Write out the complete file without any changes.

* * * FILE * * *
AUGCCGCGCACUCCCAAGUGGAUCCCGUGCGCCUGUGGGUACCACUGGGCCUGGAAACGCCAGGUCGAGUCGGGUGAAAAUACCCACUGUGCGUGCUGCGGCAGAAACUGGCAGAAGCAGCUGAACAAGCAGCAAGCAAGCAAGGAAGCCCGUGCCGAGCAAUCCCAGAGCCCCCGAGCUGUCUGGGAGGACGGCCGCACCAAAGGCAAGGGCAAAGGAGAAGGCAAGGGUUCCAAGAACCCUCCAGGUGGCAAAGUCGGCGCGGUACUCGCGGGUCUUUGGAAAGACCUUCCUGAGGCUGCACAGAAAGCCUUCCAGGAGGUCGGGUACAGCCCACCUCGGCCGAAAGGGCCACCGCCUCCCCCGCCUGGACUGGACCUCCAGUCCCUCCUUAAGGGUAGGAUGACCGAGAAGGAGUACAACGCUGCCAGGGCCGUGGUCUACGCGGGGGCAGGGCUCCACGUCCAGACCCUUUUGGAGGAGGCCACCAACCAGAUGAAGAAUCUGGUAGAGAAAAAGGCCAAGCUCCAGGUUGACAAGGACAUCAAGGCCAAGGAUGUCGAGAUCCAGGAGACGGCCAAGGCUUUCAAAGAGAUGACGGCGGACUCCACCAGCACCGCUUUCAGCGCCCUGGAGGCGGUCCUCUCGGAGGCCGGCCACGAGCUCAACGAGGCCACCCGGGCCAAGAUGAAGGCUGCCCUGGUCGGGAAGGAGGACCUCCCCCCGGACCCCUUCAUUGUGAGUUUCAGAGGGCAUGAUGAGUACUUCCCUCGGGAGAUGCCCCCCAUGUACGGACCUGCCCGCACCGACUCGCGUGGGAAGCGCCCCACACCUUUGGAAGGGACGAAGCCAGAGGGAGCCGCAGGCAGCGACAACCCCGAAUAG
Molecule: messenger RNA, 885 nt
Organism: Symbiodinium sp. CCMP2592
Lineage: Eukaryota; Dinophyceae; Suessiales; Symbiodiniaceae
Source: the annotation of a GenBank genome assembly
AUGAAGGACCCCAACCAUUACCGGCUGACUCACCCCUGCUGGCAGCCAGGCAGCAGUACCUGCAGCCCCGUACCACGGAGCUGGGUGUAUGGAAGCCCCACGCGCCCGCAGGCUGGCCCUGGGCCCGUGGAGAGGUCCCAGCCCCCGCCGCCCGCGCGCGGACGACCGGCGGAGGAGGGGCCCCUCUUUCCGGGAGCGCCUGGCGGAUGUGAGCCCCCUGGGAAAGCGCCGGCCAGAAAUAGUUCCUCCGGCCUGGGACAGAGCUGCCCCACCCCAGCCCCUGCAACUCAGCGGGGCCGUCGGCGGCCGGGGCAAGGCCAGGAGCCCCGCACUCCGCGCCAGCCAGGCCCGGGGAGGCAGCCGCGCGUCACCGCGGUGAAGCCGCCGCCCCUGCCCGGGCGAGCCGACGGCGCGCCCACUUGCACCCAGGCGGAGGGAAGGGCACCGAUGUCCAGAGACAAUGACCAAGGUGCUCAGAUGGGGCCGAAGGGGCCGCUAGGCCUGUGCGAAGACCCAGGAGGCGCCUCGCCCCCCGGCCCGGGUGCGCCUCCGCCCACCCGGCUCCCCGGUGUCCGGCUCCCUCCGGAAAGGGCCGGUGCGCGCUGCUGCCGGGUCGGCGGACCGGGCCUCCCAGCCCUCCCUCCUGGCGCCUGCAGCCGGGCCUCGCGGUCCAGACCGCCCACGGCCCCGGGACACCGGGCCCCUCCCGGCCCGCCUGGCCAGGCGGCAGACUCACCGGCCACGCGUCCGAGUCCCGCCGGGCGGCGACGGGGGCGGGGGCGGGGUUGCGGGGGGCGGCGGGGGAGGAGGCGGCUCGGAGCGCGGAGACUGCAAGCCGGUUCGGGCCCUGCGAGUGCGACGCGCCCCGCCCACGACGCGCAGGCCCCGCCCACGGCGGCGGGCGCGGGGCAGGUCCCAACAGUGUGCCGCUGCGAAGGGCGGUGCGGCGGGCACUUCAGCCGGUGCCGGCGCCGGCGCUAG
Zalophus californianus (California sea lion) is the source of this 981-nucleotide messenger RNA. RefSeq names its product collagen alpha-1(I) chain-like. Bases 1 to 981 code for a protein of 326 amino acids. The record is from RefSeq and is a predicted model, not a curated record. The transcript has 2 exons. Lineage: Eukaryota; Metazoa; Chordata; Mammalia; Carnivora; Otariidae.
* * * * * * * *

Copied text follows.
AUGCCGCGCACUCCCAAGUGGAUCCCGUGCGCCUGUGGGUACCACUGGGCCUGGAAACGCCAGGUCGAGUCGGGUGAAAAUACCCACUGUGCGUGCUGCGGCAGAAACUGGCAGAAGCAGCUGAACAAGCAGCAAGCAAGCAAGGAAGCCCGUGCCGAGCAAUCCCAGAGCCCCCGAGCUGUCUGGGAGGACGGCCGCACCAAAGGCAAGGGCAAAGGAGAAGGCAAGGGUUCCAAGAACCCUCCAGGUGGCAAAGUCGGCGCGGUACUCGCGGGUCUUUGGAAAGACCUUCCUGAGGCUGCACAGAAAGCCUUCCAGGAGGUCGGGUACAGCCCACCUCGGCCGAAAGGGCCACCGCCUCCCCCGCCUGGACUGGACCUCCAGUCCCUCCUUAAGGGUAGGAUGACCGAGAAGGAGUACAACGCUGCCAGGGCCGUGGUCUACGCGGGGGCAGGGCUCCACGUCCAGACCCUUUUGGAGGAGGCCACCAACCAGAUGAAGAAUCUGGUAGAGAAAAAGGCCAAGCUCCAGGUUGACAAGGACAUCAAGGCCAAGGAUGUCGAGAUCCAGGAGACGGCCAAGGCUUUCAAAGAGAUGACGGCGGACUCCACCAGCACCGCUUUCAGCGCCCUGGAGGCGGUCCUCUCGGAGGCCGGCCACGAGCUCAACGAGGCCACCCGGGCCAAGAUGAAGGCUGCCCUGGUCGGGAAGGAGGACCUCCCCCCGGACCCCUUCAUUGUGAGUUUCAGAGGGCAUGAUGAGUACUUCCCUCGGGAGAUGCCCCCCAUGUACGGACCUGCCCGCACCGACUCGCGUGGGAAGCGCCCCACACCUUUGGAAGGGACGAAGCCAGAGGGAGCCGCAGGCAGCGACAACCCCGAAUAG
Molecule: messenger RNA, 885 nt
Organism: Symbiodinium sp. CCMP2592
Lineage: Eukaryota; Dinophyceae; Suessiales; Symbiodiniaceae
Source: the annotation of a GenBank genome assembly
AUGAAGGACCCCAACCAUUACCGGCUGACUCACCCCUGCUGGCAGCCAGGCAGCAGUACCUGCAGCCCCGUACCACGGAGCUGGGUGUAUGGAAGCCCCACGCGCCCGCAGGCUGGCCCUGGGCCCGUGGAGAGGUCCCAGCCCCCGCCGCCCGCGCGCGGACGACCGGCGGAGGAGGGGCCCCUCUUUCCGGGAGCGCCUGGCGGAUGUGAGCCCCCUGGGAAAGCGCCGGCCAGAAAUAGUUCCUCCGGCCUGGGACAGAGCUGCCCCACCCCAGCCCCUGCAACUCAGCGGGGCCGUCGGCGGCCGGGGCAAGGCCAGGAGCCCCGCACUCCGCGCCAGCCAGGCCCGGGGAGGCAGCCGCGCGUCACCGCGGUGAAGCCGCCGCCCCUGCCCGGGCGAGCCGACGGCGCGCCCACUUGCACCCAGGCGGAGGGAAGGGCACCGAUGUCCAGAGACAAUGACCAAGGUGCUCAGAUGGGGCCGAAGGGGCCGCUAGGCCUGUGCGAAGACCCAGGAGGCGCCUCGCCCCCCGGCCCGGGUGCGCCUCCGCCCACCCGGCUCCCCGGUGUCCGGCUCCCUCCGGAAAGGGCCGGUGCGCGCUGCUGCCGGGUCGGCGGACCGGGCCUCCCAGCCCUCCCUCCUGGCGCCUGCAGCCGGGCCUCGCGGUCCAGACCGCCCACGGCCCCGGGACACCGGGCCCCUCCCGGCCCGCCUGGCCAGGCGGCAGACUCACCGGCCACGCGUCCGAGUCCCGCCGGGCGGCGACGGGGGCGGGGGCGGGGUUGCGGGGGGCGGCGGGGGAGGAGGCGGCUCGGAGCGCGGAGACUGCAAGCCGGUUCGGGCCCUGCGAGUGCGACGCGCCCCGCCCACGACGCGCAGGCCCCGCCCACGGCGGCGGGCGCGGGGCAGGUCCCAACAGUGUGCCGCUGCGAAGGGCGGUGCGGCGGGCACUUCAGCCGGUGCCGGCGCCGGCGCUAG
Zalophus californianus (California sea lion) is the source of this 981-nucleotide messenger RNA. RefSeq names its product collagen alpha-1(I) chain-like. Bases 1 to 981 code for a protein of 326 amino acids. The record is from RefSeq and is a predicted model, not a curated record. The transcript has 2 exons. Lineage: Eukaryota; Metazoa; Chordata; Mammalia; Carnivora; Otariidae.